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Does Husky Energy Inc. Really Yield 8%?

As Canadian equities continue to languish, many companies are seeing their dividend yields creep up, especially in the energy sector. One of these companies is Husky Energy Inc. (TSX:HSE), whose dividend yield is over 8%. This is good enough for third place on the S&P/TSX 60, trailing only TransAlta and Potash Corporation of Saskatchewan.

Yet Husky Energy’s dividend comes with a big catch. It’s one that you can’t see just from looking at finance websites. And it means that Husky’s realistic dividend yield is actually zero.

For those of you who haven’t been following the company, we take a closer look below.

The background

Husky Energy, just like any other energy company, struggled with low oil prices in 2015. Through the first nine months of the year the company generated just $90 million in free cash flow–not nearly enough to cover its $875 million in dividend payments.

Other high-yielding energy companies reacted by cutting their dividends. But not Husky. The company held firm on its $0.30 quarterly payout. To make up the cash shortfall, it issued preferred shares and debt.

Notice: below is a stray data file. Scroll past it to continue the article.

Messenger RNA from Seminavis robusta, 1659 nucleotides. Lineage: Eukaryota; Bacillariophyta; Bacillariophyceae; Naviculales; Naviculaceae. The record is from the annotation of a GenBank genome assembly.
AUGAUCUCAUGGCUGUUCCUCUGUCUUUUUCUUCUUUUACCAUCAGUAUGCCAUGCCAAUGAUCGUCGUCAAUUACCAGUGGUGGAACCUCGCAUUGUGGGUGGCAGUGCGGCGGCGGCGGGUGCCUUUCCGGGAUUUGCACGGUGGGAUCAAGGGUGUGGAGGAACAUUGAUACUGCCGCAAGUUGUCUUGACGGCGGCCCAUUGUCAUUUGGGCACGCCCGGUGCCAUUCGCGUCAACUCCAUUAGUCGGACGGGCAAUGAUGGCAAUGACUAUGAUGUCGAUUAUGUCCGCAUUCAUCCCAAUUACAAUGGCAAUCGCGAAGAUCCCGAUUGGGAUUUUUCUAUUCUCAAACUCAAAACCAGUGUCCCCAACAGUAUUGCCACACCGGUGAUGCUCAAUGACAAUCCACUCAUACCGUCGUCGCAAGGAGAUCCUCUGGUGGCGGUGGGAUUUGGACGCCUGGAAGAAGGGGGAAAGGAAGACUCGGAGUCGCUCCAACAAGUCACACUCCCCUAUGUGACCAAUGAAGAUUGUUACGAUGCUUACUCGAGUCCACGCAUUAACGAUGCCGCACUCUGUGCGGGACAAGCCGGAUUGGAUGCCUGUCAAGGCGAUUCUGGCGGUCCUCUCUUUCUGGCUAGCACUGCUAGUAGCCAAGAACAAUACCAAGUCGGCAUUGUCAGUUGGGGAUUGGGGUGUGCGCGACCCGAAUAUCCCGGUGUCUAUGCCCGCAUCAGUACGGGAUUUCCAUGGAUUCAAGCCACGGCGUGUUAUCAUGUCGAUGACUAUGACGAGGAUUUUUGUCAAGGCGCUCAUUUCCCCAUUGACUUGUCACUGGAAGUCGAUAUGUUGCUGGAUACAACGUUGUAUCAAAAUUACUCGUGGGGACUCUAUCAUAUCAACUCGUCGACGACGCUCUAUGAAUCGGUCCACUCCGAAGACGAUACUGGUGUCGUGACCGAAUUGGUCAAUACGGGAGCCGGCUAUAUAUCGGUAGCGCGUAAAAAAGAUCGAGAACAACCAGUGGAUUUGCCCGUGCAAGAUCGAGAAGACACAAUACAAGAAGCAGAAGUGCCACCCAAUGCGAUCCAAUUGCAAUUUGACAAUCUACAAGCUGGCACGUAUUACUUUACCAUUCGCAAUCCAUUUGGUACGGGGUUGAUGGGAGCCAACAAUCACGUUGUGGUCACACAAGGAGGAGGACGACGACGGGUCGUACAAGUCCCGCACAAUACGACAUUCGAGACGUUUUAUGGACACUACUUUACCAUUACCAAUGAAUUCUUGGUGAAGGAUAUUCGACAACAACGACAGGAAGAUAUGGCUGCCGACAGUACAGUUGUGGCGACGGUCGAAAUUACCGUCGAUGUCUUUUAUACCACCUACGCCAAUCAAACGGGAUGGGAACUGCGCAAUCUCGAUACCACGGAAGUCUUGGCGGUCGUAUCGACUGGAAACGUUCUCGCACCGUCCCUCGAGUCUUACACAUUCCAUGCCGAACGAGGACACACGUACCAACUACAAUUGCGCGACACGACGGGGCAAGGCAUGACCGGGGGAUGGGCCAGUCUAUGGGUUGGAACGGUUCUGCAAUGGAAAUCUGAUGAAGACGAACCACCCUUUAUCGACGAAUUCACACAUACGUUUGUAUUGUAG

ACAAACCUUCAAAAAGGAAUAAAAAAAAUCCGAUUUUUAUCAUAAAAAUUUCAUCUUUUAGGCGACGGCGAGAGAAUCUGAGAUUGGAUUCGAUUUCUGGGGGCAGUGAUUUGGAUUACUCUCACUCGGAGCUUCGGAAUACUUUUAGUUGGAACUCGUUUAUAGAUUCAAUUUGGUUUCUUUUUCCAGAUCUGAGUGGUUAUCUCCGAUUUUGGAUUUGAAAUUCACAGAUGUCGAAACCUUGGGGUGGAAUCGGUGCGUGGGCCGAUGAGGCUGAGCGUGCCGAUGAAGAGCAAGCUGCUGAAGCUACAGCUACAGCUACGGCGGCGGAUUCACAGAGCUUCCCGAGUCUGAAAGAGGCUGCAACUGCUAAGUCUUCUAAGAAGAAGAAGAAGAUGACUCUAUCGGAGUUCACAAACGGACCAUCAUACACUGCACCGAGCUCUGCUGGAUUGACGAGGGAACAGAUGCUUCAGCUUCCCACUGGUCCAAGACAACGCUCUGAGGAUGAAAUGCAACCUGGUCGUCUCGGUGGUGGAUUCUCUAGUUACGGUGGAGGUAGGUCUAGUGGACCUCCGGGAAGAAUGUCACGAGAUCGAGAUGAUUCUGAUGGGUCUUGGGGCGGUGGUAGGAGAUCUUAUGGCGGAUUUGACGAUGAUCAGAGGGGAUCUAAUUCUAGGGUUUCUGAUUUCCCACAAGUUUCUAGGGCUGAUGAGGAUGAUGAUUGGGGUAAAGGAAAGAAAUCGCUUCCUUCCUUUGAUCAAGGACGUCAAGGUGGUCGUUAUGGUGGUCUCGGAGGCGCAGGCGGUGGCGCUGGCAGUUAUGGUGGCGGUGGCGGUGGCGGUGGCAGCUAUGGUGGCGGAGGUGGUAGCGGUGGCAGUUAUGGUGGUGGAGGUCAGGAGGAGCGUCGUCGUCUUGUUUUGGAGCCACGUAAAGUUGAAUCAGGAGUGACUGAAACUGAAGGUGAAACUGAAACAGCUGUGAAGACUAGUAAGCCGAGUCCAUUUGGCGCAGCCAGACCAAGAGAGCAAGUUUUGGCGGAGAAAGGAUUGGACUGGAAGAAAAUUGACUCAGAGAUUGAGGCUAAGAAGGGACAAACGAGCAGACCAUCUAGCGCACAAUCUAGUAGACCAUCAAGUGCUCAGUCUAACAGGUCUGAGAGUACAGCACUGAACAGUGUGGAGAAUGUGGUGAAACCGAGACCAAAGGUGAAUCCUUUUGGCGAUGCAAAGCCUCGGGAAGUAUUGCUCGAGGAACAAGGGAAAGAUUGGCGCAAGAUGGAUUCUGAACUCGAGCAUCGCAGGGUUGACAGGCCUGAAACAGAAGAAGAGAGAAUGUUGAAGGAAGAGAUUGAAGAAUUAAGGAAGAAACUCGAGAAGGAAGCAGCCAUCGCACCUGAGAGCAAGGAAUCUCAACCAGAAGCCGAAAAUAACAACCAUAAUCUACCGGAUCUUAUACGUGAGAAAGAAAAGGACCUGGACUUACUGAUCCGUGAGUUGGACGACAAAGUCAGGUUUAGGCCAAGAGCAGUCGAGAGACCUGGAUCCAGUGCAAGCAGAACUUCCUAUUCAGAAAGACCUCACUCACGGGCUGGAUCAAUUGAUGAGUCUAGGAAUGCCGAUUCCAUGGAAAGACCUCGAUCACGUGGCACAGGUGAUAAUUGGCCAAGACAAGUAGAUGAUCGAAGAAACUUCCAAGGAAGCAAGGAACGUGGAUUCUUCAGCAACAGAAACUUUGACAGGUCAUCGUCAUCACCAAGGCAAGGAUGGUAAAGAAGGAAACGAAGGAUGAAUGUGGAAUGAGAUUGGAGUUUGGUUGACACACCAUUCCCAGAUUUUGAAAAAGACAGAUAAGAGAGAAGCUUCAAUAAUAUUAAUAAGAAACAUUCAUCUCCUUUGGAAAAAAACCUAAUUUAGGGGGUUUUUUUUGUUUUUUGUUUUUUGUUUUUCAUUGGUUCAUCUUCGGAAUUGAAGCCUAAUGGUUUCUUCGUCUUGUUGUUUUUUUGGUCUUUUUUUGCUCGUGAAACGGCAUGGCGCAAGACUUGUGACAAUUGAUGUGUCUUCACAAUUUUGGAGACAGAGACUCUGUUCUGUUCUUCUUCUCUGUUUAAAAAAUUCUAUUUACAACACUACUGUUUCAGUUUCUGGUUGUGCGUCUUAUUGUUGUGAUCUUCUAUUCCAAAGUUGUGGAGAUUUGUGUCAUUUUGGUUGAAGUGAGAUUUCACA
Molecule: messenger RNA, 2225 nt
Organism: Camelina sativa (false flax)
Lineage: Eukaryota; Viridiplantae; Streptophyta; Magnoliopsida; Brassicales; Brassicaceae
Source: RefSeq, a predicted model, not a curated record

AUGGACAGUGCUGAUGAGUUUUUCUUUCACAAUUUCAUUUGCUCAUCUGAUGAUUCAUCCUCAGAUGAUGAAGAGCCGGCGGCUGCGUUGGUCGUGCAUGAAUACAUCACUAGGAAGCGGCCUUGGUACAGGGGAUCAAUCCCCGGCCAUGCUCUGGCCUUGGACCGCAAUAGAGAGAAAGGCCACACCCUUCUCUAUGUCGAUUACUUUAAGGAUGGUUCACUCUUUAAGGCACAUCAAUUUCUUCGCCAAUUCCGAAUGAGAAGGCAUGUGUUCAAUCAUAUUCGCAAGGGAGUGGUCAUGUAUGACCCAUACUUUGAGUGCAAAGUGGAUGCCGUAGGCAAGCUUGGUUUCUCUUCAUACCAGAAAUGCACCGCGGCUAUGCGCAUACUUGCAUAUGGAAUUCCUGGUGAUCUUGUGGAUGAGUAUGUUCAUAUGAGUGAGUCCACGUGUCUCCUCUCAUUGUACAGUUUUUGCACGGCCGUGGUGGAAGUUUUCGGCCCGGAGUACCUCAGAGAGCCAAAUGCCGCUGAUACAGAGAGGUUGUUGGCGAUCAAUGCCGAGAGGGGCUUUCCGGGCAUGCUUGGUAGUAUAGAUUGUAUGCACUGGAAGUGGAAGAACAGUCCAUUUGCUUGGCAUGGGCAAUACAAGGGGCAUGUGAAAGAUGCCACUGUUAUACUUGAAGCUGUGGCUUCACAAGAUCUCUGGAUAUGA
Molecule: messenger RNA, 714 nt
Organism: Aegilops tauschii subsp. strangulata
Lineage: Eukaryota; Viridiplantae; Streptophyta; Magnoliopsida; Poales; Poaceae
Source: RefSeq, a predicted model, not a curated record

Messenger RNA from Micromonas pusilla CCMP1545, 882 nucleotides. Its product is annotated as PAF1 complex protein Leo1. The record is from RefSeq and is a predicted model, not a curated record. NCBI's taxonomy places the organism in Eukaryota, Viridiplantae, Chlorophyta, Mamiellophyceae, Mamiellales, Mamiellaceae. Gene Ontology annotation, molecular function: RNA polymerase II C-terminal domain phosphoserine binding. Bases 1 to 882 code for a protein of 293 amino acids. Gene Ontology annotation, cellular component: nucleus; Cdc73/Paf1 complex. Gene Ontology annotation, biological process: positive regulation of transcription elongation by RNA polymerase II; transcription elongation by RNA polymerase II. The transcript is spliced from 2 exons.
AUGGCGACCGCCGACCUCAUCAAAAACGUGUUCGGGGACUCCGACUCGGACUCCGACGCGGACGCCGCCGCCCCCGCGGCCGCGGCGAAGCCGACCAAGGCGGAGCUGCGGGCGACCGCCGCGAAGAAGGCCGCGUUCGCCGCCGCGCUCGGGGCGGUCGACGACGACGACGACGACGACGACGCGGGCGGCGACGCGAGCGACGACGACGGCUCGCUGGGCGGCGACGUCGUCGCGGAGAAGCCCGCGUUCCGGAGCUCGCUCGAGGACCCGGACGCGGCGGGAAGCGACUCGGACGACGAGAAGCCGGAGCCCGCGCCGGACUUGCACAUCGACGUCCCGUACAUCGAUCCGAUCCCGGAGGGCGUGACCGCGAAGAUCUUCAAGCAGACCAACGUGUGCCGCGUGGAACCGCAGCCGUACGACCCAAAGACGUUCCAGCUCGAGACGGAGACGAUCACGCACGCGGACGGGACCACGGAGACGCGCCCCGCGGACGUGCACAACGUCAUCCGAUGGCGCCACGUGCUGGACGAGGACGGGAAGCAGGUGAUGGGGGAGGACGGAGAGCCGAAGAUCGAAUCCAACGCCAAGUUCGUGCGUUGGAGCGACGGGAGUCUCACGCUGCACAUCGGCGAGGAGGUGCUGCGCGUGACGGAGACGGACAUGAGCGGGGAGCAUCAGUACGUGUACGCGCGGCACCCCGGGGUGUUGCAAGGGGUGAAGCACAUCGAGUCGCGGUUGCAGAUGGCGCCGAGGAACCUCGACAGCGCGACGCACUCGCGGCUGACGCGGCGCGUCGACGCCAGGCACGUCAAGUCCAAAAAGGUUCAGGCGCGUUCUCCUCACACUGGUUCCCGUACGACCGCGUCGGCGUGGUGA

The balance sheet tells the story. At the beginning of 2015 Husky’s debt balance totaled $4.1 billion, and it had $530 million of outstanding preferred shares. Nine months later, those numbers had ballooned to $6.0 billion and $870 million, respectively. Clearly, something had to be done.

A stock dividend

While reporting its third-quarter results, Husky made a big change to its dividend. Instead of cutting the payout, the company announced that all future dividends would be paid in shares rather than cash.

So if you’re a shareholder, you’ll receive more stock every quarter. But so will every other shareholder. Thus your percentage ownership in the company will never change, and you’ll receive no cash either.

In other words, the Husky dividend is completely worthless and might as well have been cut altogether.

Why did the company do this?

Husky’s actions are certainly strange, and it’s difficult to see what the motivation was, but there’s one possible answer.

If Husky had eliminated its dividend altogether, then its shares would have a yield of zero, and dividend investors would not even consider buying Husky. But with a stock dividend, Husky still officially sports an 8% yield. So this tactic may have provided a small boost to its share price.

Husky has plenty of motivation to keep its share price high. Just last month the company filed a short-form prospectus, which allows for more capital raising in the future. And the higher the share price, the easier capital raising is.

So if you’re looking for big dividends, don’t be misled by such tricks. There are certainly better options for your portfolio.

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Fool contributor Benjamin Sinclair has no position in any stocks mentioned.

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